Photo credit: Chris Trotman/Stringer/Getty Images

If you saw the random explosion under the hood of a race car during Saturday’s NASCAR Xfinity Series race and guessed tire failure was the culprit, congratulate yourself. There was immense confusion about the cause of the incident, and for good reason—it was no ordinary tire failure.

The explosion happened to the No. 70 car of Derrike Cope during the Zippo 200 at Watkins Glen International, taking the driver out of contention with 23 laps to go and perplexing the NASCAR community—crew chiefs, car chiefs, drivers and the like. Cope was fine, but NASCAR decided to impound the car for a trip back to its research and development center for further evaluation.

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Technical inspectors deemed the plume of smoke that rose during the incident, which can be seen below, to be brake dust rather than anything related to a fire, according to USA Today. The sanctioning body’s vice president of officiating and technical inspection, Elton Sawyer, said the right-front tire degraded due to excess heat from a broken spindle.

The part where this tire failure gets weird is when it happened, according to the assessment by Sawyer and his team. Tires usually pop while drivers are at full speed, leading to a quick failure. Cope slowed down and pulled off of the track upon reaching Watkins Glen’s “bus stop” turn, reducing airflow to the tire and creating a weird explosion that was, evidently, a bit foreign to NASCAR.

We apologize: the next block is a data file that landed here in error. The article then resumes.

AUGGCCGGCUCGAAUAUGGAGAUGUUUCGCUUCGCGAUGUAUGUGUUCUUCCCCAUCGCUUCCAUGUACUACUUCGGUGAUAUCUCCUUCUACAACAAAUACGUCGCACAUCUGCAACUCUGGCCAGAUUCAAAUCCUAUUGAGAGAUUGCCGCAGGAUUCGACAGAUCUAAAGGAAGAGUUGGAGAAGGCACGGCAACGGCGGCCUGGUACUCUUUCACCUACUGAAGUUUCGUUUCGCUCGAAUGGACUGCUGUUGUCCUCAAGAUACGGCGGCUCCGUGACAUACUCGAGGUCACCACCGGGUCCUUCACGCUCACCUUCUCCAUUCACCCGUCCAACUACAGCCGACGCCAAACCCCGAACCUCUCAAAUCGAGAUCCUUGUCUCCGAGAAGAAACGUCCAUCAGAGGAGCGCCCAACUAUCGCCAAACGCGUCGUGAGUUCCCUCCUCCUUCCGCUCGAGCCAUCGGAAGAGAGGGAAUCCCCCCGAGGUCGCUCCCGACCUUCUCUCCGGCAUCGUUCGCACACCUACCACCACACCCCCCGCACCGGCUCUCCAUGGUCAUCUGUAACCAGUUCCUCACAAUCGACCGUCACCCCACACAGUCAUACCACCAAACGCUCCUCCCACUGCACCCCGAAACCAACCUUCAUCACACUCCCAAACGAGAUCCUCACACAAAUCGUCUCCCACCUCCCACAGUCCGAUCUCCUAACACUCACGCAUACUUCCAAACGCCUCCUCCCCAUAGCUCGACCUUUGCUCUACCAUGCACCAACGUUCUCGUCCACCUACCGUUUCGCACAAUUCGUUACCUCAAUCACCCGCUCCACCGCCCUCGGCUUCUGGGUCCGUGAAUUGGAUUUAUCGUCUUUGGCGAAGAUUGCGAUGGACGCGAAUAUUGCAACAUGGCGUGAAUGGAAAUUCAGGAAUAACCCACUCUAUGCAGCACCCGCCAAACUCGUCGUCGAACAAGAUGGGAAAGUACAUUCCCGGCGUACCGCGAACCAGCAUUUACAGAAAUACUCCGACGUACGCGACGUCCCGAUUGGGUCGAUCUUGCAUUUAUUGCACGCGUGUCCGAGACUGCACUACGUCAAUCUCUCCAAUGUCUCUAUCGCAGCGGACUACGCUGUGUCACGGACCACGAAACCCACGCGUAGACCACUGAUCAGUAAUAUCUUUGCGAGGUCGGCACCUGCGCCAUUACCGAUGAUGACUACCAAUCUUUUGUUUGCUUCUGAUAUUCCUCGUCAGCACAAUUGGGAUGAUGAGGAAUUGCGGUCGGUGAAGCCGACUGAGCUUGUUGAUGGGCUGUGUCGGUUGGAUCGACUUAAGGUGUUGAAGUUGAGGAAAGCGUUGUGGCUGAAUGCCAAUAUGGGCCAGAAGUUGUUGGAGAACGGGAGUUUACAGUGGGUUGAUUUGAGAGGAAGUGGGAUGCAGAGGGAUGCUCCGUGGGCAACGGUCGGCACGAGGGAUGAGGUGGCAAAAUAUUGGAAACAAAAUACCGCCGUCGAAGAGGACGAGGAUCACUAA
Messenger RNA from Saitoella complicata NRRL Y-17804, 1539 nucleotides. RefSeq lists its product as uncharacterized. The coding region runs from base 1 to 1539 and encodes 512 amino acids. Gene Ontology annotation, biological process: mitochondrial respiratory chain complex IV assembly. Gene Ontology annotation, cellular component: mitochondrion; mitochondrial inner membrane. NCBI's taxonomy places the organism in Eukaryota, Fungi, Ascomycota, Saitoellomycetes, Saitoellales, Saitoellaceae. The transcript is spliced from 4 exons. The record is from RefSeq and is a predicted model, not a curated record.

From USA Today:

The sidewall of the tire subsequently weakened and when Cope pulled off course, air flow was impeded and allowed the still-inflate tire to, in essence, roast.

“So he lost a bead, then basically you’ve got all the fabric in the side wall that is starting to deteriorate and as soon as the vehicle came to a stop you’ve got all that radiant heat that’s basically just sitting there, the soft point of the side wall is where it basically explodes,” Sawyer said.

According to USA Today, NASCAR returned the mangled car to Cope following their evaluation of it. The burden of avoiding this type of failure won’t be on Cope and his team going forward, though—Sawyer said the situation is “not something [NASCAR will] sweep under the rug.”

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